Early Excellence Logo
Shop Online at Early Excellence
Our Centre
Whats New
Community Events
Regional Conferences
Training Programme
Resource Centre
Interactive Environments
Furniture Range
Storage Range
Outdoor Play Range
Resources By Post 0-3 yrs
Resources By Post 3-7 yrs
Strategic Partnerships
Contact Us
An Imaginative World by Post
An Imaginative World by Post
Closure Message
Early Excellence Spring 2013 Bulletin
What's New
Welcome Back ›
Centre News ›
Centre Visits ›
Centre Services ›
On-Line Shop ›
Training Update
Training Courses ›
Practice Seminars ›
Regional Services ›
Cluster Projects ›
Early Years Conference ›
Community Events
Inspiring Twilights ›
Regional Networks ›
Interactive Workshops ›
Saturday Forums ›
Other News
National Update ›
International Champion ›
International Champion
Professor dr. Ferre Laevers

We are proud to work with many of the leading thinkers in early childhood education and this year are privileged to be associated with Professor dr. Ferre Laevers, whose work has influenced practive across the world.

He joins us to share his important and influential thinking and has given us exclusive access to the distribution of his highly informative books and DVDs.

Professor dr.Ferre Laevers
In Search of Quality
When asked the question ‘What constitutes ‘quality’ in care and education?’ how do we formulate an answer? Do we rely on our knowledge of best practice and talk about the quality of our provision or simply refer to the outcomes sought by Ofsted?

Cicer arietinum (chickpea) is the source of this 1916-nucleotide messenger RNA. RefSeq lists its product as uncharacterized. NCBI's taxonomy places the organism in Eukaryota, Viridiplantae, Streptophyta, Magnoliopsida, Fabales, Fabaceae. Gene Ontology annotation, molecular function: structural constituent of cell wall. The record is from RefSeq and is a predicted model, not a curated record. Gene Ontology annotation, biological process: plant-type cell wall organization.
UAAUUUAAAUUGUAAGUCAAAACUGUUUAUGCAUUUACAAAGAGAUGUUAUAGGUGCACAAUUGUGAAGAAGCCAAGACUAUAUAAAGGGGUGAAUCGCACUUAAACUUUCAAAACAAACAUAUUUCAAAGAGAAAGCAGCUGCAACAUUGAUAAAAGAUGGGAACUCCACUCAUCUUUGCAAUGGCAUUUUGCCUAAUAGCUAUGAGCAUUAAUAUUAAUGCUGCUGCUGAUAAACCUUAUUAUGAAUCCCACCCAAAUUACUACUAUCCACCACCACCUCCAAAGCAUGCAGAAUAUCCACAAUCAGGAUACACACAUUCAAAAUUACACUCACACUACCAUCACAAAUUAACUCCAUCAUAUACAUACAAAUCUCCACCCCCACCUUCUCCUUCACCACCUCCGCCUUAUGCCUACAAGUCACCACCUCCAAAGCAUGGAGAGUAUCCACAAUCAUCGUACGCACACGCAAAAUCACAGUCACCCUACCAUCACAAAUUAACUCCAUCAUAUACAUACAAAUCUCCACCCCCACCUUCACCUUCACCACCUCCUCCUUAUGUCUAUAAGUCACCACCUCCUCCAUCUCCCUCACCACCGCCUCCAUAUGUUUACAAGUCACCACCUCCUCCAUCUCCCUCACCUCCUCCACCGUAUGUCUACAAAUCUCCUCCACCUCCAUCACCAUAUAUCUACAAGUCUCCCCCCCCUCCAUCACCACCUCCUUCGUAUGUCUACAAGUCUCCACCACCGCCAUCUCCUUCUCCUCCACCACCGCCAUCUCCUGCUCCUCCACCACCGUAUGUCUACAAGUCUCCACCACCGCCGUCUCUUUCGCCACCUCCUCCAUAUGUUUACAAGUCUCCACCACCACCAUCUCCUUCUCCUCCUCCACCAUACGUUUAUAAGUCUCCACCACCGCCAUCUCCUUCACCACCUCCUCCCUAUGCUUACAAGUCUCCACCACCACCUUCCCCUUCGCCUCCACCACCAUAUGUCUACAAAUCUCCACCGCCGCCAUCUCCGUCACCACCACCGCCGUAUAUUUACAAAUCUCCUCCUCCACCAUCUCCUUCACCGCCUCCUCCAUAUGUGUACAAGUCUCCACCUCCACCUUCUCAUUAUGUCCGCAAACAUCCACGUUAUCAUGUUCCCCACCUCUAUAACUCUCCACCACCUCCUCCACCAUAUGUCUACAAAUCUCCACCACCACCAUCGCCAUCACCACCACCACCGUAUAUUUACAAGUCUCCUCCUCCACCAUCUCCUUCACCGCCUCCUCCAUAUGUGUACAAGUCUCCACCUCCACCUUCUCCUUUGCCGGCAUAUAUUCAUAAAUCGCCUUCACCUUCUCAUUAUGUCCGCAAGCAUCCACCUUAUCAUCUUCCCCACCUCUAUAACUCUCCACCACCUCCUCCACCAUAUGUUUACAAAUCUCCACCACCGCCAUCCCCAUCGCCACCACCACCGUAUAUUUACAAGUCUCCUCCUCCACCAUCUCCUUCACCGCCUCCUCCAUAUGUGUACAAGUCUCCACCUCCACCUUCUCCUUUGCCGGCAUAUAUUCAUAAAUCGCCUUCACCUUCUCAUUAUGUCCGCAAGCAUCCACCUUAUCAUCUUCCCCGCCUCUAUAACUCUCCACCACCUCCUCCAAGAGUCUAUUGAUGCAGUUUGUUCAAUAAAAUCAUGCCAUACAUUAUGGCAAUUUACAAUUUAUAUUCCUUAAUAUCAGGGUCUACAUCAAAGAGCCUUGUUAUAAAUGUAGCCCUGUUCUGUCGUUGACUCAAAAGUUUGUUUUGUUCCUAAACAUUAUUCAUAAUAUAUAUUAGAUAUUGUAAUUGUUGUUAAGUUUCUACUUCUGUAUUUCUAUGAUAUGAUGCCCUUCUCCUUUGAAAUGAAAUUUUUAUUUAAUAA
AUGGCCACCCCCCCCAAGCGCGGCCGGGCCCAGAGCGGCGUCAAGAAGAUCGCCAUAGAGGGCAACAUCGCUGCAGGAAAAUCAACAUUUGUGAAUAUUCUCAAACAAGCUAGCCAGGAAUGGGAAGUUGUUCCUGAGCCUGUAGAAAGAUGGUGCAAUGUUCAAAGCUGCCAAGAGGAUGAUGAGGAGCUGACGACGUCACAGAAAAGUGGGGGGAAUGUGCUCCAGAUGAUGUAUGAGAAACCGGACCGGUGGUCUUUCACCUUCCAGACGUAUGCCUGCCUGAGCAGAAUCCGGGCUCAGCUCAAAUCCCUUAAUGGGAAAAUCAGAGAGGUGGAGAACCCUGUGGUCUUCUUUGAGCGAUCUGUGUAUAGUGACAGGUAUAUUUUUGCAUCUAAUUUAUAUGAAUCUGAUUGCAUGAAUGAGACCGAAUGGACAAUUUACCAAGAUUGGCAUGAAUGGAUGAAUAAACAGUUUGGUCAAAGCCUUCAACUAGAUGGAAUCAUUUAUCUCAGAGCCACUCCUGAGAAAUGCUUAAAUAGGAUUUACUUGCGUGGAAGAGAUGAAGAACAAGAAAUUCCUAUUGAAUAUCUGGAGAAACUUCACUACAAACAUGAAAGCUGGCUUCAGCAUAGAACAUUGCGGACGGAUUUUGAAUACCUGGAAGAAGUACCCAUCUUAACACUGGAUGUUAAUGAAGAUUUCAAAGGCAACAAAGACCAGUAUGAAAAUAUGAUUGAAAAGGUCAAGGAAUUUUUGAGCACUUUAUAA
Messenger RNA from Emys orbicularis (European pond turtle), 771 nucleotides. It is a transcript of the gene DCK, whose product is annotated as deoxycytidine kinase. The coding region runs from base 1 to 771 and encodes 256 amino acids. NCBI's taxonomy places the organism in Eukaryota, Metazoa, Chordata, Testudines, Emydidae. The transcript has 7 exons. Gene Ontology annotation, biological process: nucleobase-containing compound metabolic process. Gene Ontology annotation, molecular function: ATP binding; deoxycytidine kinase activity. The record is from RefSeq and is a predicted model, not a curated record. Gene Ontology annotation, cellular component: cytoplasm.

It is here that we can draw on Professor dr. Ferre Laevers whose work offers the most important contribution to exactly this question. His research has identified clear indicators for measuring quality that help us understand whether what we are doing (the context) is leading to somewhere (the outcome).

Well-being & Involvement
The basic hypothesis is that the most economic and conclusive way to assess the quality of any educational setting is to focus on two dimensions: the degree of ‘emotional well-being’ and the level of ‘involvement’.

When we want to know how each of our children is doing he asserts that we must first explore the degree in which children feel at ease, can be spontaneous and are satisfied in their social and emotional needs.

This criterion expresses a concern for their well-being which is a crucial component of emotional intelligence and mental health.

The second criterion is linked to the developmental process and urges the adult to set up a challenging environment favouring involvement. Deep levels of involvement indicate that there is intense mental activity, that a person is functioning at the very limits of his or her capabilities.

Achieving Best Practice
Good schools succeed at both tasks paying attention to emotional well-being as well as enhancing the environment to maximise involvement. It is clear from the research that children make the most progress, most rapidly, when both these conditions well-being and involvement are fulfilled.
back to top
Besa Early Excellence FIRA Early Excellence
Early Excellence Privacy Policy early excellence terms and conditions